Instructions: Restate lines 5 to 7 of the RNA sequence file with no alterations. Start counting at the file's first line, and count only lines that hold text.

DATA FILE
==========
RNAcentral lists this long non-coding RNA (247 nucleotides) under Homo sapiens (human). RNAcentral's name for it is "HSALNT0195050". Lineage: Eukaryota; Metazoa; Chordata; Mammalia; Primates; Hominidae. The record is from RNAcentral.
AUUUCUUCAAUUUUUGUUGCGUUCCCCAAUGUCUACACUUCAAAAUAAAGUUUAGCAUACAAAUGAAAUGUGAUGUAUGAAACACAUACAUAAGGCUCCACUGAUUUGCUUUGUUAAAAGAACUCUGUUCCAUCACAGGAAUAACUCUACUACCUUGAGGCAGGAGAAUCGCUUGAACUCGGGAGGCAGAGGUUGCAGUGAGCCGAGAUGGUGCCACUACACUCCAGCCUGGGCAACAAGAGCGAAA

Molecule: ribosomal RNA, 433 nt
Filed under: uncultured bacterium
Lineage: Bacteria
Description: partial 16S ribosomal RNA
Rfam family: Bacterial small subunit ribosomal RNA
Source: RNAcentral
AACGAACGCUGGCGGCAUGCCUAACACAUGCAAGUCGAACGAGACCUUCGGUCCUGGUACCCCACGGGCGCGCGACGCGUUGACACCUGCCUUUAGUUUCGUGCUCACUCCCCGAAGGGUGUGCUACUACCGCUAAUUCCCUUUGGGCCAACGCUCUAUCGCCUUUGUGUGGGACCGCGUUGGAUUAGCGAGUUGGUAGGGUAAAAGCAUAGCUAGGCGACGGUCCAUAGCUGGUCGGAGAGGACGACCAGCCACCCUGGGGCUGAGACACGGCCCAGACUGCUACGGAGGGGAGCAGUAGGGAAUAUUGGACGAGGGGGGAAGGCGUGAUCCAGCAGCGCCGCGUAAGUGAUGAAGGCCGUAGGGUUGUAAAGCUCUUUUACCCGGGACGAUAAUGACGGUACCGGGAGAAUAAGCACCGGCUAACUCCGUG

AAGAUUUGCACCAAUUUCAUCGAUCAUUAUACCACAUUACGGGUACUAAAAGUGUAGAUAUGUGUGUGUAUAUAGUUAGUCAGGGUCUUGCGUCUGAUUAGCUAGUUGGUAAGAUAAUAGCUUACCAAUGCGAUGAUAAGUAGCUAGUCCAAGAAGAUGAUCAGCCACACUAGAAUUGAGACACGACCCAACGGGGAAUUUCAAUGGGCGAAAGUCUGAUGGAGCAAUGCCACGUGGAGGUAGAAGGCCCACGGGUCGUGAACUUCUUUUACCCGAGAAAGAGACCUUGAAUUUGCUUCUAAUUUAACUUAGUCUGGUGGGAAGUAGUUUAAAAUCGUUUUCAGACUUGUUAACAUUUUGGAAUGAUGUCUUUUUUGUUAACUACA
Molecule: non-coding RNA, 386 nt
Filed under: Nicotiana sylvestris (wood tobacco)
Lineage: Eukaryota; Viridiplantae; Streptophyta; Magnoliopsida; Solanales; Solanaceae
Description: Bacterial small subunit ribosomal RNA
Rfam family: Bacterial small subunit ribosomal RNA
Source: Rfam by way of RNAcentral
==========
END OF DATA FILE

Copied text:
Lineage: Bacteria
Description: partial 16S ribosomal RNA
Rfam family: Bacterial small subunit ribosomal RNA